It can be a pain sitting in class, watching someone stumble and/or incorrectly explain a concept, experience or reading that they simply do not understand or know. It can be really painful having a conversation with someone out of class that does the same thing. This prompts some questions: why are students trying to explain a concept, experience or idea like they know it?
This behavior is not always the case. Many UC Berkeley students approach class and conversation with curiosity and question, with active ears ready to listen and thirsty for a discussion in or after class. But, on occasion, there is that one person who feels obliged to make a point or to answer a question with misled confidence. This is 110 percent unnecessary.
For instance, the discussion section in Dwinelle Hall with that one dude, who is seemingly in need of approval from the GSI, decides they should respond to a question. They do not have the answer to this question and have nothing insightful to add. But they go for it anyway. In performing this action, their response is:
1. Pretty annoying for most people in the class
2. A poor use of time
3. Requires the GSI to try to reconcile with this comment.
This person in some way felt the need to speak, to take up space, but lacked real depth failing to add real substance to the subject at hand. There was an urgency they felt to share their “knowledge” to fill the space with something other than a question. Perhaps if they raised their hands and asked a clarifying question or stated that they did not know what to think of the concept at hand, the class could have blossomed into a richer learning environment for everyone.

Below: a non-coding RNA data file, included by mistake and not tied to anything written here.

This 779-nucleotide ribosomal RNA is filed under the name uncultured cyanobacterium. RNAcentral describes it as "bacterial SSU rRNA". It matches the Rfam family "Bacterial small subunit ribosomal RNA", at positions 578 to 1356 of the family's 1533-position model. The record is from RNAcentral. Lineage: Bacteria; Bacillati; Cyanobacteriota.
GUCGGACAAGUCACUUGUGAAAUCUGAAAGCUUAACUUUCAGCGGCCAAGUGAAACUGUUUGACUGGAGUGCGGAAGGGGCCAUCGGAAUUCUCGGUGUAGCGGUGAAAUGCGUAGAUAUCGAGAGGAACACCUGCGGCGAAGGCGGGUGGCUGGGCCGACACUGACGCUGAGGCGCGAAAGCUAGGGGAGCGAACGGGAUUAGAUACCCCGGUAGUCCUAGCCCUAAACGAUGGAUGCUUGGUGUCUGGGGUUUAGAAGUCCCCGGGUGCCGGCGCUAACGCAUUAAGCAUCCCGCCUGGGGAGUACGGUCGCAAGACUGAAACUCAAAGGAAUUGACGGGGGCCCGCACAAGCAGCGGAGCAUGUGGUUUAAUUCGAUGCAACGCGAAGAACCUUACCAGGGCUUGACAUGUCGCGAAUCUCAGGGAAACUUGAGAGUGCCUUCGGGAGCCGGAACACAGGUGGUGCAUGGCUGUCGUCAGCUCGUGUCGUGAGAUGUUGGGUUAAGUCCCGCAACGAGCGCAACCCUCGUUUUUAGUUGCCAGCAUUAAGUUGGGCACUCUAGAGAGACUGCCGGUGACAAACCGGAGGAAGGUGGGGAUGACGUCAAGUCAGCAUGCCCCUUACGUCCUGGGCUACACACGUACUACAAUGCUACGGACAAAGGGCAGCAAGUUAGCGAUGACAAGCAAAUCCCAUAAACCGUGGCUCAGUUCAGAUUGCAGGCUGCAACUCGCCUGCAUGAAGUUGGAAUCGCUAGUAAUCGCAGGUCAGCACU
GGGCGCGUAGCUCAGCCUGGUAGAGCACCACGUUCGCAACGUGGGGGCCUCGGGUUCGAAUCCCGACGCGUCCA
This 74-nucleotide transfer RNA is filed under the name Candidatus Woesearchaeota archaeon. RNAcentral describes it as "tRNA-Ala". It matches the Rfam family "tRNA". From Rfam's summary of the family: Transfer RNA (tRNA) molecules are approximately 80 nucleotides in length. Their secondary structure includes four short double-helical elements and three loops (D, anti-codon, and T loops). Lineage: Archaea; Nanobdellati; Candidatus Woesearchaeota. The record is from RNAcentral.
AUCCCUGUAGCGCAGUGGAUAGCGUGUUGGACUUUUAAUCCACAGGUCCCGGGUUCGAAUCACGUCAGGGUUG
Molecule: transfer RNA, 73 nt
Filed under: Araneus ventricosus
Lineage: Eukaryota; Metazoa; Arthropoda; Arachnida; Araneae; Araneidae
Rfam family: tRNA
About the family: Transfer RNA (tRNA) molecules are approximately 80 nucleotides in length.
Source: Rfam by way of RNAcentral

Much of the time at UC Berkeley, there can be a sort of stigma in the air about not knowing things. This is not the air that everyone breathes on this campus, but it does reach the lungs of some. Personally, this is air that I have choked on. But, we all have busy lives and juggle many things at once. It is impossible for us to know or even act like we know things that we do not. And that is OK! There is no need to pretend that we know something when we simply do not. Not knowing certain things gives us the opportunity to ask questions and engage with one another. And with the opportunity to learn concepts, ideas and experiences through an innocent curiosity, we become vessels of learning for each other.
Recognizing and reacting to things with “I don’t know” or seeking clarity through things we do not understand is a solid skill to have, and one that can always use some practice.
So, a big shout out to that classmate who confidently responds and occasionally proclaims, “I don’t know.” And an even bigger shout out to the peer who has enough confidence to ask for clarity. Your “I don’t know” and clarity-seeking selves are beneficial to everyone you are sharing the space with.